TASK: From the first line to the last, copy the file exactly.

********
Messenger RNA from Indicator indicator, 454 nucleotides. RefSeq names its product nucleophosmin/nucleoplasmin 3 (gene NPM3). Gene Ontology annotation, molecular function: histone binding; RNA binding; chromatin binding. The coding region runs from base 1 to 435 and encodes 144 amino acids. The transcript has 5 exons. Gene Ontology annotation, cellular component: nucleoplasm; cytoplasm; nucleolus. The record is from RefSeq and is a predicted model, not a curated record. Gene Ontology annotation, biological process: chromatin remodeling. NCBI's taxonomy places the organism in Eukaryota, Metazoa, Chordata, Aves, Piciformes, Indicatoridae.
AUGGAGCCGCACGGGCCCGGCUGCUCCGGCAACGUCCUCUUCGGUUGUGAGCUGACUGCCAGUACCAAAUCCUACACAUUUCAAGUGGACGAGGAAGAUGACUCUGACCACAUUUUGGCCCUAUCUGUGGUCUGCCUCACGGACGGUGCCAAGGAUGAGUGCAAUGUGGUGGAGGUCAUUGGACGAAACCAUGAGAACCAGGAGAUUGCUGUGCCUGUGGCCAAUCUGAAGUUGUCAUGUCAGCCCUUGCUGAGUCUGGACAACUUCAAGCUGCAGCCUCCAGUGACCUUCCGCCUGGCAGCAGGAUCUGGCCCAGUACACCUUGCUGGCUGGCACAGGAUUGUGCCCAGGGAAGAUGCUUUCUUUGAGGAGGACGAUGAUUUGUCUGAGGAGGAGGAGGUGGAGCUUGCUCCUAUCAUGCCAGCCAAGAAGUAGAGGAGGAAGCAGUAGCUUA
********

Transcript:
Messenger RNA from Indicator indicator, 454 nucleotides. RefSeq names its product nucleophosmin/nucleoplasmin 3 (gene NPM3). Gene Ontology annotation, molecular function: histone binding; RNA binding; chromatin binding. The coding region runs from base 1 to 435 and encodes 144 amino acids. The transcript has 5 exons. Gene Ontology annotation, cellular component: nucleoplasm; cytoplasm; nucleolus. The record is from RefSeq and is a predicted model, not a curated record. Gene Ontology annotation, biological process: chromatin remodeling. NCBI's taxonomy places the organism in Eukaryota, Metazoa, Chordata, Aves, Piciformes, Indicatoridae.
AUGGAGCCGCACGGGCCCGGCUGCUCCGGCAACGUCCUCUUCGGUUGUGAGCUGACUGCCAGUACCAAAUCCUACACAUUUCAAGUGGACGAGGAAGAUGACUCUGACCACAUUUUGGCCCUAUCUGUGGUCUGCCUCACGGACGGUGCCAAGGAUGAGUGCAAUGUGGUGGAGGUCAUUGGACGAAACCAUGAGAACCAGGAGAUUGCUGUGCCUGUGGCCAAUCUGAAGUUGUCAUGUCAGCCCUUGCUGAGUCUGGACAACUUCAAGCUGCAGCCUCCAGUGACCUUCCGCCUGGCAGCAGGAUCUGGCCCAGUACACCUUGCUGGCUGGCACAGGAUUGUGCCCAGGGAAGAUGCUUUCUUUGAGGAGGACGAUGAUUUGUCUGAGGAGGAGGAGGUGGAGCUUGCUCCUAUCAUGCCAGCCAAGAAGUAGAGGAGGAAGCAGUAGCUUA